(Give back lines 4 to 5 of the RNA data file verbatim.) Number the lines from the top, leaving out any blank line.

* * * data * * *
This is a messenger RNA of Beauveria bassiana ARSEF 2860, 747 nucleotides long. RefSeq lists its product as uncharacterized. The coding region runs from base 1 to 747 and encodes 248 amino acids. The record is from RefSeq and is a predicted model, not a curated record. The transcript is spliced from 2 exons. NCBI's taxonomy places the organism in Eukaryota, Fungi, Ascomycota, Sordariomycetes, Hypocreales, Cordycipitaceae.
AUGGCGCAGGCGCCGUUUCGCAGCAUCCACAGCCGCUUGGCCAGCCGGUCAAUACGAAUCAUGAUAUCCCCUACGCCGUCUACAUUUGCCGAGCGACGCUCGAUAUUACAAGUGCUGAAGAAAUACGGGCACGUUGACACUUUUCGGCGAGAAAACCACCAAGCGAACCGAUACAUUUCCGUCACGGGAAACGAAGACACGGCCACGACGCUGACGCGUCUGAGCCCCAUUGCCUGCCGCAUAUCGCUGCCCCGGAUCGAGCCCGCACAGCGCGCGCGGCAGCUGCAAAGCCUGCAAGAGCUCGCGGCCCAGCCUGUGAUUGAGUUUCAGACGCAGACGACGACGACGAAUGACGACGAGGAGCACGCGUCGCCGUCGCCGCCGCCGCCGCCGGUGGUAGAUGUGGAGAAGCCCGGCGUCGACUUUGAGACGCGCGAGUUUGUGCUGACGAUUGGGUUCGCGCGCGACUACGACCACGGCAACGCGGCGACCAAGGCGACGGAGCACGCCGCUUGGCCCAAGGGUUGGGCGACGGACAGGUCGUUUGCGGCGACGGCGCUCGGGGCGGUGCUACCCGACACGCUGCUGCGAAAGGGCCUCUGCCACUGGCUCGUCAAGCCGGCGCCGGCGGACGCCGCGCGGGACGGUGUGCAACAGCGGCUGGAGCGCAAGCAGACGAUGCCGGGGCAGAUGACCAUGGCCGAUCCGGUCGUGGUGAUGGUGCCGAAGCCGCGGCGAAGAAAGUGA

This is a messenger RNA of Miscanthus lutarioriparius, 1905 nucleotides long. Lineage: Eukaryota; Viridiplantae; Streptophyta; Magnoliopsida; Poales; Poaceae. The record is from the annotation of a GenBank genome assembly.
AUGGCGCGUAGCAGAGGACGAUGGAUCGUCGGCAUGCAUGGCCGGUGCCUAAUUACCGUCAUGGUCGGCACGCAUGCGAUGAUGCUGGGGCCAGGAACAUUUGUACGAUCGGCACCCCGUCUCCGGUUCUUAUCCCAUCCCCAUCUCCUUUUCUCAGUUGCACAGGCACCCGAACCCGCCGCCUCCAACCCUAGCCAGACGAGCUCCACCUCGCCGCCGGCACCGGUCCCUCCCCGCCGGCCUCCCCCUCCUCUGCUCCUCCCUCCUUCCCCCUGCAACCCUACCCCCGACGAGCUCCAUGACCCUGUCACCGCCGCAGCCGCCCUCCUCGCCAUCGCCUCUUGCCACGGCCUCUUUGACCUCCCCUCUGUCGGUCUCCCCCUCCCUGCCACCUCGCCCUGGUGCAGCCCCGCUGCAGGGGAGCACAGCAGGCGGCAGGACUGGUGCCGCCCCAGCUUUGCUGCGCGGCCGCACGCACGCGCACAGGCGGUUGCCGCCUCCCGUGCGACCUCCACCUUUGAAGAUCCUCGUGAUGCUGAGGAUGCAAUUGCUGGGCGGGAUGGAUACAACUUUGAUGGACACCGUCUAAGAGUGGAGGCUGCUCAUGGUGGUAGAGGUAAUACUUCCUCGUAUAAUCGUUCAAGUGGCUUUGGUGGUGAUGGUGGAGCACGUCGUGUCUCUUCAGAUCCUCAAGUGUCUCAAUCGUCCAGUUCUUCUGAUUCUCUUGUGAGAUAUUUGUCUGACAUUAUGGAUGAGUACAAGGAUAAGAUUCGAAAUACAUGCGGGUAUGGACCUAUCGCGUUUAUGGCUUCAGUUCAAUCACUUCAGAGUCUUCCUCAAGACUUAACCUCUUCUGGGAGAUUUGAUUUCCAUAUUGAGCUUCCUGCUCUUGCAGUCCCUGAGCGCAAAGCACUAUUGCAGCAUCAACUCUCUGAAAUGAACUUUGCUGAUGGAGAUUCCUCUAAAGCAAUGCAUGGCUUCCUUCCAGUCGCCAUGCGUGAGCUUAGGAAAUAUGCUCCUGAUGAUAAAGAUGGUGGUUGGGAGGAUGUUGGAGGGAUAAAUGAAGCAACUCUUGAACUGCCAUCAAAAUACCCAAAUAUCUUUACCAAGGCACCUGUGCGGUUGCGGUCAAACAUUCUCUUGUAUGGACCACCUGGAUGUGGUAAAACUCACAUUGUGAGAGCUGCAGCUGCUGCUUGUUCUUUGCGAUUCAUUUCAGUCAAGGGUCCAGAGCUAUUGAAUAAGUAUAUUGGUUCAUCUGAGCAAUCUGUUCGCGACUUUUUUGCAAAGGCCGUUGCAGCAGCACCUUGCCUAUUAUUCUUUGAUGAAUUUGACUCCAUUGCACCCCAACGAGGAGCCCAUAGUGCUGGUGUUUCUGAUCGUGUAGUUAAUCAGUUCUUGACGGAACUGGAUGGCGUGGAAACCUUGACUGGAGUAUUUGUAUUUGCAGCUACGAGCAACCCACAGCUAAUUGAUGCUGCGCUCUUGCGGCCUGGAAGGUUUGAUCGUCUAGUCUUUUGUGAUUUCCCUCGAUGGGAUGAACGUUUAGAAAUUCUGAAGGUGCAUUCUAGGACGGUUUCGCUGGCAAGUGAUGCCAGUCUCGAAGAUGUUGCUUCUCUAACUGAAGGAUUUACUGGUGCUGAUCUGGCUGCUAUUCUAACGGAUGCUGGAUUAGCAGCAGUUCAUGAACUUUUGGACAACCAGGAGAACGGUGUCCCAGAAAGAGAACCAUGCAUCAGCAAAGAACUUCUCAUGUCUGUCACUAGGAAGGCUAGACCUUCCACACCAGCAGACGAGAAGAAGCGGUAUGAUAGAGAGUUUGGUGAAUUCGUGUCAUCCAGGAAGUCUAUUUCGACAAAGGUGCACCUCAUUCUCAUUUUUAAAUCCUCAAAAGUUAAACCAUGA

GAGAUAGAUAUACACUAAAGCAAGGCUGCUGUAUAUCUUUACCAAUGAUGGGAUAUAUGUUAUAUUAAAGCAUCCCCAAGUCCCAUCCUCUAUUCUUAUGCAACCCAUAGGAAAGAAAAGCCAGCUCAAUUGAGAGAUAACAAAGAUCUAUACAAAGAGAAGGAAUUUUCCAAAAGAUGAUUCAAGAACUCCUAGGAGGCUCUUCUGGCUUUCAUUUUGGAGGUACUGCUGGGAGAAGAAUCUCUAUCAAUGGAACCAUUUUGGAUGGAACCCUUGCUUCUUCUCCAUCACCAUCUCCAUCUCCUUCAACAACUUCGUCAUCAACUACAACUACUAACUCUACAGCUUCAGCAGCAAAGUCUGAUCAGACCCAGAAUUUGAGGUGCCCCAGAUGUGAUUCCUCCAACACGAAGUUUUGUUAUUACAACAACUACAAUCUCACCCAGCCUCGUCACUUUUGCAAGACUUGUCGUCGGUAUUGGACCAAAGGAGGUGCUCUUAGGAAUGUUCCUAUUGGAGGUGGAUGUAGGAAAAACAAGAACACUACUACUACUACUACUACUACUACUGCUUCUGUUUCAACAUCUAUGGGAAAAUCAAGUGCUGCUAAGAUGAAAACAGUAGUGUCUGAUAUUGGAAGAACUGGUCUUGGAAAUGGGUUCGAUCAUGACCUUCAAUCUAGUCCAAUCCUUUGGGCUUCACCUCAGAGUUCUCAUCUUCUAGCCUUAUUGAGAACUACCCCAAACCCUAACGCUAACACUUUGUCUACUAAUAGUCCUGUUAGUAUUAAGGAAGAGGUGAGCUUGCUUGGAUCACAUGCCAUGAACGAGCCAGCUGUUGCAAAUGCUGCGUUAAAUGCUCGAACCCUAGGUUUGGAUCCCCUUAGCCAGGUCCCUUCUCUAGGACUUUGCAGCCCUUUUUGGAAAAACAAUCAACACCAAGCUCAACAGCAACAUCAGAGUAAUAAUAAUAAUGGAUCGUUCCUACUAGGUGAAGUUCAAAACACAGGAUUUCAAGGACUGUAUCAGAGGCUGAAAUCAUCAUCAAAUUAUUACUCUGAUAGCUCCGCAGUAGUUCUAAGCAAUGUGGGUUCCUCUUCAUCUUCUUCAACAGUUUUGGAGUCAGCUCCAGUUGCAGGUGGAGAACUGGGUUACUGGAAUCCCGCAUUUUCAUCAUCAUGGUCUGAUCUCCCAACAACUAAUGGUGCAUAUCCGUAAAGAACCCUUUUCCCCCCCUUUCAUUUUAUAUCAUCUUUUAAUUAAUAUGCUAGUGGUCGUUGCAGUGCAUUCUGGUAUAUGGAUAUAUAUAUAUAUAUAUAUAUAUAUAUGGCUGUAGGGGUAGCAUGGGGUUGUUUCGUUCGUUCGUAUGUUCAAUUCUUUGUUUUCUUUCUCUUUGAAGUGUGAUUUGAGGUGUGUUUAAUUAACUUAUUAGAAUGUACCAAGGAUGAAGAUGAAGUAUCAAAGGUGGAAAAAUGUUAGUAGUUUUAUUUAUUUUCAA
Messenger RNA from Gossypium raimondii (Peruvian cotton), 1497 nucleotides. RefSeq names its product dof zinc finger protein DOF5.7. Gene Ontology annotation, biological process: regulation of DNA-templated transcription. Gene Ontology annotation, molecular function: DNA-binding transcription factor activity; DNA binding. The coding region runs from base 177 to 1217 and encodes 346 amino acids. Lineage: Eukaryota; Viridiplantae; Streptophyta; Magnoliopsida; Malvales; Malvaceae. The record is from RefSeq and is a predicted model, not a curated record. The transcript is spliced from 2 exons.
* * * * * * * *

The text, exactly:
AUGGCGCGUAGCAGAGGACGAUGGAUCGUCGGCAUGCAUGGCCGGUGCCUAAUUACCGUCAUGGUCGGCACGCAUGCGAUGAUGCUGGGGCCAGGAACAUUUGUACGAUCGGCACCCCGUCUCCGGUUCUUAUCCCAUCCCCAUCUCCUUUUCUCAGUUGCACAGGCACCCGAACCCGCCGCCUCCAACCCUAGCCAGACGAGCUCCACCUCGCCGCCGGCACCGGUCCCUCCCCGCCGGCCUCCCCCUCCUCUGCUCCUCCCUCCUUCCCCCUGCAACCCUACCCCCGACGAGCUCCAUGACCCUGUCACCGCCGCAGCCGCCCUCCUCGCCAUCGCCUCUUGCCACGGCCUCUUUGACCUCCCCUCUGUCGGUCUCCCCCUCCCUGCCACCUCGCCCUGGUGCAGCCCCGCUGCAGGGGAGCACAGCAGGCGGCAGGACUGGUGCCGCCCCAGCUUUGCUGCGCGGCCGCACGCACGCGCACAGGCGGUUGCCGCCUCCCGUGCGACCUCCACCUUUGAAGAUCCUCGUGAUGCUGAGGAUGCAAUUGCUGGGCGGGAUGGAUACAACUUUGAUGGACACCGUCUAAGAGUGGAGGCUGCUCAUGGUGGUAGAGGUAAUACUUCCUCGUAUAAUCGUUCAAGUGGCUUUGGUGGUGAUGGUGGAGCACGUCGUGUCUCUUCAGAUCCUCAAGUGUCUCAAUCGUCCAGUUCUUCUGAUUCUCUUGUGAGAUAUUUGUCUGACAUUAUGGAUGAGUACAAGGAUAAGAUUCGAAAUACAUGCGGGUAUGGACCUAUCGCGUUUAUGGCUUCAGUUCAAUCACUUCAGAGUCUUCCUCAAGACUUAACCUCUUCUGGGAGAUUUGAUUUCCAUAUUGAGCUUCCUGCUCUUGCAGUCCCUGAGCGCAAAGCACUAUUGCAGCAUCAACUCUCUGAAAUGAACUUUGCUGAUGGAGAUUCCUCUAAAGCAAUGCAUGGCUUCCUUCCAGUCGCCAUGCGUGAGCUUAGGAAAUAUGCUCCUGAUGAUAAAGAUGGUGGUUGGGAGGAUGUUGGAGGGAUAAAUGAAGCAACUCUUGAACUGCCAUCAAAAUACCCAAAUAUCUUUACCAAGGCACCUGUGCGGUUGCGGUCAAACAUUCUCUUGUAUGGACCACCUGGAUGUGGUAAAACUCACAUUGUGAGAGCUGCAGCUGCUGCUUGUUCUUUGCGAUUCAUUUCAGUCAAGGGUCCAGAGCUAUUGAAUAAGUAUAUUGGUUCAUCUGAGCAAUCUGUUCGCGACUUUUUUGCAAAGGCCGUUGCAGCAGCACCUUGCCUAUUAUUCUUUGAUGAAUUUGACUCCAUUGCACCCCAACGAGGAGCCCAUAGUGCUGGUGUUUCUGAUCGUGUAGUUAAUCAGUUCUUGACGGAACUGGAUGGCGUGGAAACCUUGACUGGAGUAUUUGUAUUUGCAGCUACGAGCAACCCACAGCUAAUUGAUGCUGCGCUCUUGCGGCCUGGAAGGUUUGAUCGUCUAGUCUUUUGUGAUUUCCCUCGAUGGGAUGAACGUUUAGAAAUUCUGAAGGUGCAUUCUAGGACGGUUUCGCUGGCAAGUGAUGCCAGUCUCGAAGAUGUUGCUUCUCUAACUGAAGGAUUUACUGGUGCUGAUCUGGCUGCUAUUCUAACGGAUGCUGGAUUAGCAGCAGUUCAUGAACUUUUGGACAACCAGGAGAACGGUGUCCCAGAAAGAGAACCAUGCAUCAGCAAAGAACUUCUCAUGUCUGUCACUAGGAAGGCUAGACCUUCCACACCAGCAGACGAGAAGAAGCGGUAUGAUAGAGAGUUUGGUGAAUUCGUGUCAUCCAGGAAGUCUAUUUCGACAAAGGUGCACCUCAUUCUCAUUUUUAAAUCCUCAAAAGUUAAACCAUGA

GAGAUAGAUAUACACUAAAGCAAGGCUGCUGUAUAUCUUUACCAAUGAUGGGAUAUAUGUUAUAUUAAAGCAUCCCCAAGUCCCAUCCUCUAUUCUUAUGCAACCCAUAGGAAAGAAAAGCCAGCUCAAUUGAGAGAUAACAAAGAUCUAUACAAAGAGAAGGAAUUUUCCAAAAGAUGAUUCAAGAACUCCUAGGAGGCUCUUCUGGCUUUCAUUUUGGAGGUACUGCUGGGAGAAGAAUCUCUAUCAAUGGAACCAUUUUGGAUGGAACCCUUGCUUCUUCUCCAUCACCAUCUCCAUCUCCUUCAACAACUUCGUCAUCAACUACAACUACUAACUCUACAGCUUCAGCAGCAAAGUCUGAUCAGACCCAGAAUUUGAGGUGCCCCAGAUGUGAUUCCUCCAACACGAAGUUUUGUUAUUACAACAACUACAAUCUCACCCAGCCUCGUCACUUUUGCAAGACUUGUCGUCGGUAUUGGACCAAAGGAGGUGCUCUUAGGAAUGUUCCUAUUGGAGGUGGAUGUAGGAAAAACAAGAACACUACUACUACUACUACUACUACUACUGCUUCUGUUUCAACAUCUAUGGGAAAAUCAAGUGCUGCUAAGAUGAAAACAGUAGUGUCUGAUAUUGGAAGAACUGGUCUUGGAAAUGGGUUCGAUCAUGACCUUCAAUCUAGUCCAAUCCUUUGGGCUUCACCUCAGAGUUCUCAUCUUCUAGCCUUAUUGAGAACUACCCCAAACCCUAACGCUAACACUUUGUCUACUAAUAGUCCUGUUAGUAUUAAGGAAGAGGUGAGCUUGCUUGGAUCACAUGCCAUGAACGAGCCAGCUGUUGCAAAUGCUGCGUUAAAUGCUCGAACCCUAGGUUUGGAUCCCCUUAGCCAGGUCCCUUCUCUAGGACUUUGCAGCCCUUUUUGGAAAAACAAUCAACACCAAGCUCAACAGCAACAUCAGAGUAAUAAUAAUAAUGGAUCGUUCCUACUAGGUGAAGUUCAAAACACAGGAUUUCAAGGACUGUAUCAGAGGCUGAAAUCAUCAUCAAAUUAUUACUCUGAUAGCUCCGCAGUAGUUCUAAGCAAUGUGGGUUCCUCUUCAUCUUCUUCAACAGUUUUGGAGUCAGCUCCAGUUGCAGGUGGAGAACUGGGUUACUGGAAUCCCGCAUUUUCAUCAUCAUGGUCUGAUCUCCCAACAACUAAUGGUGCAUAUCCGUAAAGAACCCUUUUCCCCCCCUUUCAUUUUAUAUCAUCUUUUAAUUAAUAUGCUAGUGGUCGUUGCAGUGCAUUCUGGUAUAUGGAUAUAUAUAUAUAUAUAUAUAUAUAUAUGGCUGUAGGGGUAGCAUGGGGUUGUUUCGUUCGUUCGUAUGUUCAAUUCUUUGUUUUCUUUCUCUUUGAAGUGUGAUUUGAGGUGUGUUUAAUUAACUUAUUAGAAUGUACCAAGGAUGAAGAUGAAGUAUCAAAGGUGGAAAAAUGUUAGUAGUUUUAUUUAUUUUCAA